The AU, through its African Peace and Security Architecture, has been at the forefront of developing Pan-African policies on peace and reconciliation. As we acknowledge this achievement, we must also note that it is not only foreign powers that sometimes bypass African institutions. Africans themselves must learn to respect their own institutions.
The recent South African National Defence Force intervention in the Central African Republic, for example, would have been much more appropriately driven through the AU. This is with the important caveat that the AU still has significant challenges in terms of improving its professionalism and the execution of its missions on the ground. But that should motivate national governments to invest more in the AU, not less.
The continental body's Protocol Establishing the Peace and Security Council is another important policy framework that the private sector could potentially use as a framework to do business in Africa. It outlines how business can contribute towards reconciliation. The private sector has traditionally been allergic to engaging continental institutions on their policy frameworks and in defining how business can support peace processes across the continent. This when, in actual fact, the private sector can bring a level of insight that is often not available to the public sector, particularly regarding the urgency of executive strategy in a timely manner. This is especially prevalent in supporting reconciliation initiatives. The AU needs the support of the private sector, as well as the wider civil society. Concretely, the private sector needs to organise itself and establish a mechanism to directly engage with the AU on supporting reconciliation efforts.
It is appropriate for the AU to be celebrating 50 years of its existence, despite the fact that the continent has not yet achieved the aspirations of its post-independence leaders. Africa is rising, with the second fastest growth rate after Asia. The only question now is how high we will rise and how soon we can get there. In this regard the private sector can become a game changer in its own right to execute the reconciliation strategies that have been articulated by the AU much more effectively.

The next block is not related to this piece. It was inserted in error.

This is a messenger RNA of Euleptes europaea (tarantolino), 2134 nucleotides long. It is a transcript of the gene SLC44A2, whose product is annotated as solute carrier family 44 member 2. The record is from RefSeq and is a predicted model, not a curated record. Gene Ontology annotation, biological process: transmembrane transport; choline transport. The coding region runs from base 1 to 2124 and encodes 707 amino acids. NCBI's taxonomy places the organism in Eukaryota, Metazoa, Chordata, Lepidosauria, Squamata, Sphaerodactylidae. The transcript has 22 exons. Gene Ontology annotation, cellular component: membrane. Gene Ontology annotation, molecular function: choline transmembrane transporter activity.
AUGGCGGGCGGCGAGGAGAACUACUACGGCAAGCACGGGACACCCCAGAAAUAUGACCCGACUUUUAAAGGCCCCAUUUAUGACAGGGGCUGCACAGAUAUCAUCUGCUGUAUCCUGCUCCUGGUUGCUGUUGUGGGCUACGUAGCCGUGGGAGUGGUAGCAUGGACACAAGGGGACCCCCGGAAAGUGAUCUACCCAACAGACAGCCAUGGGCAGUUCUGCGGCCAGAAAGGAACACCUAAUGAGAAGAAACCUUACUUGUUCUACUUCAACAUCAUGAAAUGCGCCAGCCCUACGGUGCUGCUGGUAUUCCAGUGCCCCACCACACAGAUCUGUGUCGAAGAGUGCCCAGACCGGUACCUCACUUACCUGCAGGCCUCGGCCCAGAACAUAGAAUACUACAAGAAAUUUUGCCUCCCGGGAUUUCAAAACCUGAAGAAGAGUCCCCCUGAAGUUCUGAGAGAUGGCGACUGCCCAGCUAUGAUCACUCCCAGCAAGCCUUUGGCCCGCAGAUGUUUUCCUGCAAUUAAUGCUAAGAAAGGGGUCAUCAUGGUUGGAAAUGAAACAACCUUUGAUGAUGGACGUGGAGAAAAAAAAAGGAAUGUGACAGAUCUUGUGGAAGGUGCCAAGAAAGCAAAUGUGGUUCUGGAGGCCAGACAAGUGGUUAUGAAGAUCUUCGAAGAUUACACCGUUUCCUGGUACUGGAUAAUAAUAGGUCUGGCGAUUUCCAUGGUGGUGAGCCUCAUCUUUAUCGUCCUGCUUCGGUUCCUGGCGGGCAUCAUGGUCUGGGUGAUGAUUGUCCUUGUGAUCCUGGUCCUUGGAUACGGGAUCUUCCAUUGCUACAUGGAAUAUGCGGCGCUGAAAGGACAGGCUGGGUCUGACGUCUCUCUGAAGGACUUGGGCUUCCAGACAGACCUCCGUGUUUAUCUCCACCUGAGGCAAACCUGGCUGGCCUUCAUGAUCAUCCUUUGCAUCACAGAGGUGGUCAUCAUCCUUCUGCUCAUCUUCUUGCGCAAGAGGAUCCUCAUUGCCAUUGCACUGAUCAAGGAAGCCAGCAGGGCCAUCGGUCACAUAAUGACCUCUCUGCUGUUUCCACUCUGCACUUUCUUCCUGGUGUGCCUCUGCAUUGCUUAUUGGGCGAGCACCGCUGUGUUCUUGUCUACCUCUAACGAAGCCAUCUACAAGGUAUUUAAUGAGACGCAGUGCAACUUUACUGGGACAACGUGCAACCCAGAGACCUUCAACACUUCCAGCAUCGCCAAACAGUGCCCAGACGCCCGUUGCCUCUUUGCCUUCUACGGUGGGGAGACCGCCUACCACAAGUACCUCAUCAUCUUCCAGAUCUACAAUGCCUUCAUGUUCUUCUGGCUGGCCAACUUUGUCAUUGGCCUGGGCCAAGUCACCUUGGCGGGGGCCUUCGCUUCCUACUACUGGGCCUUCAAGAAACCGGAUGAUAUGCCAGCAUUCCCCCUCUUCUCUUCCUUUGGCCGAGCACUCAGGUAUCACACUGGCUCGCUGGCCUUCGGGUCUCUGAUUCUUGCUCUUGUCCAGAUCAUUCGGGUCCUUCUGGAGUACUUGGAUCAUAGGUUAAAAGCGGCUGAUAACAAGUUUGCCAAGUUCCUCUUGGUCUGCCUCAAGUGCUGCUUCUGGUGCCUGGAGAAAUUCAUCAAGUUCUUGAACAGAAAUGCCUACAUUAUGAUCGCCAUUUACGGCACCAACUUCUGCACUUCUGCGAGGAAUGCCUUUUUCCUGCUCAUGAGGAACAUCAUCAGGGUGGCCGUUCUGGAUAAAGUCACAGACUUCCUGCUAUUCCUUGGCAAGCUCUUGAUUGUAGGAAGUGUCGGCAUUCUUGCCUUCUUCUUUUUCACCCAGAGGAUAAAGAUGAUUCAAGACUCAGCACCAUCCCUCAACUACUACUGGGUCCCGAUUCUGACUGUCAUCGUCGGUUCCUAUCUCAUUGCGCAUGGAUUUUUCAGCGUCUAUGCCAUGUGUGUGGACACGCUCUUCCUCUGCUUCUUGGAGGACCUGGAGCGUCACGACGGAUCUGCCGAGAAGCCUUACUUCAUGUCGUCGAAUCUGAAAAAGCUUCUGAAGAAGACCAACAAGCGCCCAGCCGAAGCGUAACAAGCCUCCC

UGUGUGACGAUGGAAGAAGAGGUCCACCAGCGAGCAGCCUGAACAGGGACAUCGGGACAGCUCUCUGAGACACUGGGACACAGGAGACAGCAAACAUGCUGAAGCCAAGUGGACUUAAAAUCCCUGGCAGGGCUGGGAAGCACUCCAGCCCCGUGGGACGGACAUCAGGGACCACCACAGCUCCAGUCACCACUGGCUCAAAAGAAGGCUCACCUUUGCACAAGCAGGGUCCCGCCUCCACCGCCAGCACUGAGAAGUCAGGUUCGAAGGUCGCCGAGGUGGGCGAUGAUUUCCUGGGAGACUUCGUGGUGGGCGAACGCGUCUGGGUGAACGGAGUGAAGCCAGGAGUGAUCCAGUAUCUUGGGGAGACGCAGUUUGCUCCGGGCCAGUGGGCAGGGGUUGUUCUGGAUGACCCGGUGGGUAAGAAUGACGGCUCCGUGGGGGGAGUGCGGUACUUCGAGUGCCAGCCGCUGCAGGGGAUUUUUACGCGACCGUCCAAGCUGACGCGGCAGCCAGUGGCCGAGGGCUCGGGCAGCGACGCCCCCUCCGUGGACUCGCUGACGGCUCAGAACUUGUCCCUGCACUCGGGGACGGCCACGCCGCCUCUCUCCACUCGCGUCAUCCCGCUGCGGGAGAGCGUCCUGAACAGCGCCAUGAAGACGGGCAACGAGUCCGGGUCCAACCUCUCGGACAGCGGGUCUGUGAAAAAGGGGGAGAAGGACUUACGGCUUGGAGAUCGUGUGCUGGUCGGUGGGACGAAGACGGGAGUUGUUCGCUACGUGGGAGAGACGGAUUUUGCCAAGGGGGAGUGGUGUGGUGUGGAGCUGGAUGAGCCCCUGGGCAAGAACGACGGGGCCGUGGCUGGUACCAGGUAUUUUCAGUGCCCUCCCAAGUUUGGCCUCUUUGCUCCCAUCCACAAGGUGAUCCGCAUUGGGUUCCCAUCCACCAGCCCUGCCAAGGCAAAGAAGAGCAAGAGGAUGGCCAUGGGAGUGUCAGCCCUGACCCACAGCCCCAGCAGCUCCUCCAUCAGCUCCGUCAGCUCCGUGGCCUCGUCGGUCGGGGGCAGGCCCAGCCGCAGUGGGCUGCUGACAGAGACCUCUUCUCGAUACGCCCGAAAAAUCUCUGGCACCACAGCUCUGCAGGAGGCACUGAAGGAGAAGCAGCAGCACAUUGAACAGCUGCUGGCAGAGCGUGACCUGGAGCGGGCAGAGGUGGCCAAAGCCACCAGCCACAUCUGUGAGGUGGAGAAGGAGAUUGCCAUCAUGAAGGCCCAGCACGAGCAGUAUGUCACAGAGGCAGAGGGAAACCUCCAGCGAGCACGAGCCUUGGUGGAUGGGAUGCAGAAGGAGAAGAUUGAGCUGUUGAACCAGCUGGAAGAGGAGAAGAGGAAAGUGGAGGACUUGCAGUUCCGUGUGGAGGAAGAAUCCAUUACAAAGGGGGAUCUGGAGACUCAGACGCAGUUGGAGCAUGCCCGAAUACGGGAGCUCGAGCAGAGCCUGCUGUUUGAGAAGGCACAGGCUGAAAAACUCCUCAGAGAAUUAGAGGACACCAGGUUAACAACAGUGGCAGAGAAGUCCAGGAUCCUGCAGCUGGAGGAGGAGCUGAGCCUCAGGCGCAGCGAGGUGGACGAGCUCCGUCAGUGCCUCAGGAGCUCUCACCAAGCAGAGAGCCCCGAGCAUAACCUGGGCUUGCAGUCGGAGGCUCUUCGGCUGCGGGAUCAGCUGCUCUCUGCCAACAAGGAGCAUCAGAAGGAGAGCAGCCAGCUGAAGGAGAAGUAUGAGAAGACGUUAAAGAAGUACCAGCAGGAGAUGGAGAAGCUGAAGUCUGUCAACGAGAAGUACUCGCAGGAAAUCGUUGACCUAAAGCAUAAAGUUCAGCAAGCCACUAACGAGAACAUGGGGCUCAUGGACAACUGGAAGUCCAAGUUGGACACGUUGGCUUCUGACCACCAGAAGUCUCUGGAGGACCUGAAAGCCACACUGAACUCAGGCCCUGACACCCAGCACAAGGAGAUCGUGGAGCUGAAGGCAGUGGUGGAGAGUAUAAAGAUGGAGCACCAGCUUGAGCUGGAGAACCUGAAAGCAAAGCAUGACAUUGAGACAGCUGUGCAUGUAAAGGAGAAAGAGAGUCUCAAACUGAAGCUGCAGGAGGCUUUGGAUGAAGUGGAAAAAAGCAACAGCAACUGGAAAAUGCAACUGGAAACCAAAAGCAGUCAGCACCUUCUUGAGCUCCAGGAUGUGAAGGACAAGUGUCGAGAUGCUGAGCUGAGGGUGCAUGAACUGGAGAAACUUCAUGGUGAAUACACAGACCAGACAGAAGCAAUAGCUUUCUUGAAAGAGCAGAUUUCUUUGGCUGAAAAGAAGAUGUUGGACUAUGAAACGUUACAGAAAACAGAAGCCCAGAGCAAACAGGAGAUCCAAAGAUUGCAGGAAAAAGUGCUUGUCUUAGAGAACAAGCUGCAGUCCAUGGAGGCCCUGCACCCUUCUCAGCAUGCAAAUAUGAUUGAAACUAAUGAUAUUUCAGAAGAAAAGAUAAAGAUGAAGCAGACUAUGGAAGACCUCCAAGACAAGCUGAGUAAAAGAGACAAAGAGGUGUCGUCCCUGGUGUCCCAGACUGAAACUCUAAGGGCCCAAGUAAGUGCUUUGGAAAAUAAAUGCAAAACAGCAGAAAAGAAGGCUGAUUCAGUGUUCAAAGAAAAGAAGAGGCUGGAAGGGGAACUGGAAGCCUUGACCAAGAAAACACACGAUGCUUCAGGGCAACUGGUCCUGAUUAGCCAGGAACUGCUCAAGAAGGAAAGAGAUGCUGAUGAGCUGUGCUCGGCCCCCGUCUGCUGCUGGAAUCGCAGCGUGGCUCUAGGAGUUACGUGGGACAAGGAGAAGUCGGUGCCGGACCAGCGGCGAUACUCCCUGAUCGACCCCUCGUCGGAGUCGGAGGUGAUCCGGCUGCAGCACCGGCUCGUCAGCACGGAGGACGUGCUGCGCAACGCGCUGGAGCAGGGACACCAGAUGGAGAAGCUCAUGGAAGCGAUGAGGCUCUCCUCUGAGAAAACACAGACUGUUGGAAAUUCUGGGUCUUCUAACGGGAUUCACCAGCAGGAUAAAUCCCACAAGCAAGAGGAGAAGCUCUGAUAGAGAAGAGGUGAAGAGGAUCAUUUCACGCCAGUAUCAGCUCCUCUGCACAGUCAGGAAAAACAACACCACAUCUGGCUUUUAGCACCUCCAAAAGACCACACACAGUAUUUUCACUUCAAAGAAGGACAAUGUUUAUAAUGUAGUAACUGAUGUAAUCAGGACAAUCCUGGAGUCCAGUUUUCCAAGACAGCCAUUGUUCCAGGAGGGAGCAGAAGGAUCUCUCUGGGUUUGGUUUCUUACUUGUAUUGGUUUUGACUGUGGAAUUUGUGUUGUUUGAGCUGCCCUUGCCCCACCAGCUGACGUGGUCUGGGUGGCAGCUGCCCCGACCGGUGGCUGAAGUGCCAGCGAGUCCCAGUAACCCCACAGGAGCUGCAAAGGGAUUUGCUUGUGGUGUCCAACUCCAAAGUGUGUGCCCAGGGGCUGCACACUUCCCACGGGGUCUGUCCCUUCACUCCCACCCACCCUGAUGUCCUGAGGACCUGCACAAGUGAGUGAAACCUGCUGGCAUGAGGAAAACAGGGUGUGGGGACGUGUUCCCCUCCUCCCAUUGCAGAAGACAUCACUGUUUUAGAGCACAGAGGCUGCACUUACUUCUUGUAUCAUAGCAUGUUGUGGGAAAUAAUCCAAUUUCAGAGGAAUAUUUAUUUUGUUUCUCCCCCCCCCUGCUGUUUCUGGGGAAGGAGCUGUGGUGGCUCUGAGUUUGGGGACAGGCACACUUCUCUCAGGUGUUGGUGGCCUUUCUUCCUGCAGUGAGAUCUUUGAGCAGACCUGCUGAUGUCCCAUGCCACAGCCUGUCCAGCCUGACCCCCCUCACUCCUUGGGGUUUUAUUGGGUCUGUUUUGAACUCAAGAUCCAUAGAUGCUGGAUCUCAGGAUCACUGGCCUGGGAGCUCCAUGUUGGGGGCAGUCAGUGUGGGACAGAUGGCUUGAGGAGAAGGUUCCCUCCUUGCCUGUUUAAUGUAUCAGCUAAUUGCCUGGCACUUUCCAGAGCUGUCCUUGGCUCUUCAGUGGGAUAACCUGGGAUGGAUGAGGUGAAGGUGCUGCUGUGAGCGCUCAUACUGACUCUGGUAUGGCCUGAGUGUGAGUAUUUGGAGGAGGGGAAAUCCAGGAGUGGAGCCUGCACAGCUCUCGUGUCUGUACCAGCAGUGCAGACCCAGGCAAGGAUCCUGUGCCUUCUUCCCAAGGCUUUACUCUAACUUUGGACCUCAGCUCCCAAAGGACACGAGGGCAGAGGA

Chris Derksen, head of Frontier and Emerging Markets Equities at Investec Asset Management, said that further regional integration on the African continent will boost the continent's economic prosperity. "Africa has tremendous potential in this regard: trade among African countries currently accounts for just over 10% per year – by comparative European or Asian standards, it could grow to multiples of that. Africa also has one of the most favourable demographics in the world – in two years' time our continent will be the world's most youthful. More regional trade will enable African businesses to scale and increase the probability of true sustainable growth and employment creation which will, ultimately, contribute to peace and stability in Africa. Reconciliation is clearly one of the building blocks in this process."
It remains for us only to imagine how we can accelerate an African renaissance, and the sky is the limit for Africa over the next 50 years.
Dr Fanie Du Toit is the executive director of the Institute for Justice and Reconciliation. Dr Tim Murithi is head of justice and reconciliation in Africa at the Institute for Justice and Reconciliation. Investec Asset Management supports the Institute for Justice and Reconciliation in its mission to build fair, democratic and inclusive societies in Africa.